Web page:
The counter just inside the entrance to the branch of Umpqua Bank offers locally made hand cream rather than deposit slips. It has recently been used to peddle pottery, bike components and glasses frames, among other local products; eager local merchants have booked up the stand for the next year and a half.
Much of the rest of the branch is put to unusual uses as well, including art exhibitions, yoga classes and "stitch and bitch" sessions (group knitting). At another branch located near an old-persons' home, the manager hooked up a gaming console to large monitors hanging on the wall to create a popular virtual bowling league.
Umpqua Bank has 364 branches spread across Washington, Oregon, California, Nevada and Utah, and it intends to add more. This sort of expansion runs contrary to accepted wisdom, which holds that cheap competition from internet banking is killing off the physical sort. To the extent that branches still make economic sense, runs the general view, it is in clumps (for efficient marketing), filled with aggressive salespeople pushing ancillary products.
Perhaps as a result, few customers warm to their local bank branch. Most offer similar products in similarly drab surroundings. Streets crowded with them are dull during the day and dead after 5pm. Visiting them is tolerable at best and often tedious, thanks to long queues and tiresome paperwork.
Umpqua, in contrast, is trying to create outlets that neighbourhoods will welcome and people will want to visit. It attempts to make even the most mundane transaction a treat. Tellers, for example, hand out a chocolate with each cash withdrawal.
It goes to great lengths to cut the time and form-filling involved in obtaining a mortgage–typically an agonising process. Prominently displayed at every branch is a phone which connects directly to the desk of Ray Davis, the bank's president. If he is at his desk, he answers. Typically, he says, the caller just wants to know if the line is genuine.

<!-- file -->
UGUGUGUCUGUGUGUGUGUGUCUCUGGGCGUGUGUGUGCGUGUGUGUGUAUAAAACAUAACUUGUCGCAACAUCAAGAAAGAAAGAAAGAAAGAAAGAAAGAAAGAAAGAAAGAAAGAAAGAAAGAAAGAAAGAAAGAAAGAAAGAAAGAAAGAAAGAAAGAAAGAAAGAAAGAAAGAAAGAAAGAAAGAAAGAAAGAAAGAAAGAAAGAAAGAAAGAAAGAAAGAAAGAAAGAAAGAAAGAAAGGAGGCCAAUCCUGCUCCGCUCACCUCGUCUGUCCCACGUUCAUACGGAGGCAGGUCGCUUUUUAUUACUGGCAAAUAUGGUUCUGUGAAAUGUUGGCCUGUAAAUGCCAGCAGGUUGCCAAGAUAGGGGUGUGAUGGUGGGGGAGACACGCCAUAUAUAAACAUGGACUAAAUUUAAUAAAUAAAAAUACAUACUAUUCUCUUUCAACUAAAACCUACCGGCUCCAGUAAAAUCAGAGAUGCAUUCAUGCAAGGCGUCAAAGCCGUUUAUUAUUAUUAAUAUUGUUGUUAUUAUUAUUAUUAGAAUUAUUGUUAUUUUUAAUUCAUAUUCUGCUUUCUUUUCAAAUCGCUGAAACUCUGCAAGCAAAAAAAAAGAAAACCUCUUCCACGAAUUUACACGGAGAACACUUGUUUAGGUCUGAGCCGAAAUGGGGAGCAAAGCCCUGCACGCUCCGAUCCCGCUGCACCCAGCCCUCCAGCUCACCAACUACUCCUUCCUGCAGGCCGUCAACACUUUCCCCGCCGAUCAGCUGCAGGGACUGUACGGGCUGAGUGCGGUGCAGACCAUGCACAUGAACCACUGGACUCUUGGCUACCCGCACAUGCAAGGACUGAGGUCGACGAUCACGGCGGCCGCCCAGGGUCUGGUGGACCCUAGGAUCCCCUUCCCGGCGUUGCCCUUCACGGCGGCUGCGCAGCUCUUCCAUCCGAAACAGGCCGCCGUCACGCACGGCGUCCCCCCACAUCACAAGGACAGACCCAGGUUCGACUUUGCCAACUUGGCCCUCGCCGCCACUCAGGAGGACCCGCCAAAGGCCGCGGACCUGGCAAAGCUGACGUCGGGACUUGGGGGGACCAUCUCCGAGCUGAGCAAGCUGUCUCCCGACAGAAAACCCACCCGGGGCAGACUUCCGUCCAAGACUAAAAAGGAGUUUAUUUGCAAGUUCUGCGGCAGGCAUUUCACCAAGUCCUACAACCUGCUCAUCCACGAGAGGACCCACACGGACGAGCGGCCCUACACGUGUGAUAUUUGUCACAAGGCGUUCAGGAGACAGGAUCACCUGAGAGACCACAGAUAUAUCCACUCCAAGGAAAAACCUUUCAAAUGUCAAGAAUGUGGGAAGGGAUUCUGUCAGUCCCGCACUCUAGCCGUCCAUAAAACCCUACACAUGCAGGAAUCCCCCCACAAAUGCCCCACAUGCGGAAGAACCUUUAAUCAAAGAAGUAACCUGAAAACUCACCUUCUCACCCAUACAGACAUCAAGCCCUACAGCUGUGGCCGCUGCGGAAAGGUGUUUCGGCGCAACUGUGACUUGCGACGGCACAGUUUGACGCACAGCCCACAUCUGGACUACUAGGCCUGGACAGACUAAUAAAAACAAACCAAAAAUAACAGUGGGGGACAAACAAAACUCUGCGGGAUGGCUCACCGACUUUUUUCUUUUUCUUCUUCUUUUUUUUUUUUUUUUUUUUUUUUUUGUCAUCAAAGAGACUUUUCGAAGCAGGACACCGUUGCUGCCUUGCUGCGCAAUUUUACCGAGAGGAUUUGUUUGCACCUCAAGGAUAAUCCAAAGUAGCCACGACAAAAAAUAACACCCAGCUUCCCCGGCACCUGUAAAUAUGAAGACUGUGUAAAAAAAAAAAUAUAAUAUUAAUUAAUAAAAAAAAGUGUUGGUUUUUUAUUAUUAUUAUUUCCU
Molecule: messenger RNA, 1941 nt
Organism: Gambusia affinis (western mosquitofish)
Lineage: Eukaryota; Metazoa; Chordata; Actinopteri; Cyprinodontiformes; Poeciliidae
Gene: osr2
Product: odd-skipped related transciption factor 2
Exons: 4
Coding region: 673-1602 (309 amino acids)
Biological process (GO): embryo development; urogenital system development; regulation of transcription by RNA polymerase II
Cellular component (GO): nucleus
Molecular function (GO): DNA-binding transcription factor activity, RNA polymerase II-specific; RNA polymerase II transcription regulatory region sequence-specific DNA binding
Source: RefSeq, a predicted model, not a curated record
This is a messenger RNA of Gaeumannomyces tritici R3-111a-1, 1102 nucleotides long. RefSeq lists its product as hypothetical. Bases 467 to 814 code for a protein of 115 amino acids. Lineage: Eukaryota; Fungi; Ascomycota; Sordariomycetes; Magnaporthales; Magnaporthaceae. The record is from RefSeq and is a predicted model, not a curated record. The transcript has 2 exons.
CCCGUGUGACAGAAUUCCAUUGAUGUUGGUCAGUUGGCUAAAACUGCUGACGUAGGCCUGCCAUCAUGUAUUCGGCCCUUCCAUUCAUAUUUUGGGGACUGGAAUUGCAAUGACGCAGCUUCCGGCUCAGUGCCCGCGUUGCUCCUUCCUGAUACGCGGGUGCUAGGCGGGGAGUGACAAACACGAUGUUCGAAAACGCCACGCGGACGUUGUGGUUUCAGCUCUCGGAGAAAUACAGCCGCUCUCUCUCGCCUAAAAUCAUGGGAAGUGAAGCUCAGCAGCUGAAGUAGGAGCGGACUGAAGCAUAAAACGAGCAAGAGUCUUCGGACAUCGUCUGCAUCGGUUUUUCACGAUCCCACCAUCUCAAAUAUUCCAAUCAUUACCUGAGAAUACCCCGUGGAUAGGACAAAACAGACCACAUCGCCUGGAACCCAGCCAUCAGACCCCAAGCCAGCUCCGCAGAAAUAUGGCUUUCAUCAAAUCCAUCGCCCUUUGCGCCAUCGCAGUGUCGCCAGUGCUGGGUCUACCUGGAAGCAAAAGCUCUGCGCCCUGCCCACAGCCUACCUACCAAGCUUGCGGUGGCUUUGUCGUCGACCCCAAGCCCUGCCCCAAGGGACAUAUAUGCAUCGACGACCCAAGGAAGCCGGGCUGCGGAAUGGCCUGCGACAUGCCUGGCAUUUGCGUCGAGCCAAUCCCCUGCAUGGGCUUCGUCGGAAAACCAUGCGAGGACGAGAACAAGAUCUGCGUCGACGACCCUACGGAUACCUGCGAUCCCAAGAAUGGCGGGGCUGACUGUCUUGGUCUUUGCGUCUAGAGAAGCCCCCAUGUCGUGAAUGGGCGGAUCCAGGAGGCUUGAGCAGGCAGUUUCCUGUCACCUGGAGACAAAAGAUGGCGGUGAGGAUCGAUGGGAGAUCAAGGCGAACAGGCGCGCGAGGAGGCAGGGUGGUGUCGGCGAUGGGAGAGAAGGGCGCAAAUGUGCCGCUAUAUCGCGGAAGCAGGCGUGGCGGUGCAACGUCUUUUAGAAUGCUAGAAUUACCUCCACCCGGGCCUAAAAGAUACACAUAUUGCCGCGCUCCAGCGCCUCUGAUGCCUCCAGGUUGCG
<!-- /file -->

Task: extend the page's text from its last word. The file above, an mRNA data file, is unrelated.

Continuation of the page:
The bank prides itself on doing everything differently. Instead of sending out junk mail offering consumer loans, Umpqua employees attached small flyers to potted plants and placed them on 1,700 doorsteps in the neighbourhood they were targeting. Every day begins with a "motivational moment" (read something inspiring, play marshmallow dodgeball or hold a trivia quiz; do not refer to corporate memos or procedures). Phone calls are answered with the words "Umpqua, the world's greatest bank".
Umpqua's most unusual trait, however, may be its growth. In the early 1990s, it had only six branches. Its biggest expansion came in April, when it doubled in size by acquiring Sterling, a regional rival. Mr. Davis believes branches are vital for the cheap funds they bring in through deposits and the opportunity they provide to market more profitable products than current accounts. Such cross-selling is easier when customers enjoy visiting.
The bank's appeal also allows it to pay a little less interest than the norm on deposits, and charge a bit more on loans, giving it high lending margins. Barclays reckons that by the end of next year, its return on equity will be 14%, far above the average.
Umpqua's success suggests that banking is not merely about hard numbers. But instilling its culture at Sterling, a bank of equal size, and sustaining it through further expansion will be hard. The combination has $22 billion in assets, placing it at the small end of large.
Regulators will begin paying more attention, and when Umpqua passes $50 billion in assets — not a far-fetched prospect — scrutiny will increase exponentially. Banks subjected to this level of red tape describe it as all-consuming. Regulators often treat apparent strengths, such as the higher interest rates Umpqua is able to charge borrowers, as inherently suspicious.
Umpqua has shown an ability to delight customers and avoid the censure that has bedevilled its bigger competitors. Its rise is evidence that a small bank can indeed be different. It must now prove that a large one can be as well.